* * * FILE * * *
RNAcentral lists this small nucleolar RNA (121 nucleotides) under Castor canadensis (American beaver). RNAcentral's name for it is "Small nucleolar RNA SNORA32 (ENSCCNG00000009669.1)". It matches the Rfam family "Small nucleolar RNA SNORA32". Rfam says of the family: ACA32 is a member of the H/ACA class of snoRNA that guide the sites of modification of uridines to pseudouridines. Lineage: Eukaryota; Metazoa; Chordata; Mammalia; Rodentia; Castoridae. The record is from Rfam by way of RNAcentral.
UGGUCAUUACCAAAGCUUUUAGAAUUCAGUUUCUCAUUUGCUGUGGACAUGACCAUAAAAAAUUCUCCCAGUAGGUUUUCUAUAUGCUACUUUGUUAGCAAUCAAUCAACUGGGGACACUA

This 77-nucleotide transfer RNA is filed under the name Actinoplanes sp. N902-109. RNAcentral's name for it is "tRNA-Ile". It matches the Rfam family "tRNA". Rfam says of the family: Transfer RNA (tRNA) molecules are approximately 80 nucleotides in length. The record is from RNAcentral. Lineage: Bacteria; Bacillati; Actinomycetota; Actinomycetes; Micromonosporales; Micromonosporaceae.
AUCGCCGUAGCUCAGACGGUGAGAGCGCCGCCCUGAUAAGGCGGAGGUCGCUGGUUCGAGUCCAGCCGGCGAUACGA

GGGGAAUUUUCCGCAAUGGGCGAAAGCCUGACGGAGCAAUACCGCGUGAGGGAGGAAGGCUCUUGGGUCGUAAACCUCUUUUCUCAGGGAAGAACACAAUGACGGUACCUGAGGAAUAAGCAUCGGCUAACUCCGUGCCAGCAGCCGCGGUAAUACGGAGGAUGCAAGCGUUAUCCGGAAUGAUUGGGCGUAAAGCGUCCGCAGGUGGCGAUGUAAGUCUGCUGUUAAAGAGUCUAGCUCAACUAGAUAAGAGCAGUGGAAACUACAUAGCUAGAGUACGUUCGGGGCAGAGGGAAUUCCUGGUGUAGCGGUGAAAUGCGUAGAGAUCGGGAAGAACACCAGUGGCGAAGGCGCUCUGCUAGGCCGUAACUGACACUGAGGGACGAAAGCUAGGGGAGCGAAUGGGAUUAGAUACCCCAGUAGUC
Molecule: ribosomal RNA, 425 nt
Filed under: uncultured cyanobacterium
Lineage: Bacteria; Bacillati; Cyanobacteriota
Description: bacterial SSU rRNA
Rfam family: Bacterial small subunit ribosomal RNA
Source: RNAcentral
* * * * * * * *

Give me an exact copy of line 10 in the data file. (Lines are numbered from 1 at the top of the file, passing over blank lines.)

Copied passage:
Rfam family: Bacterial small subunit ribosomal RNA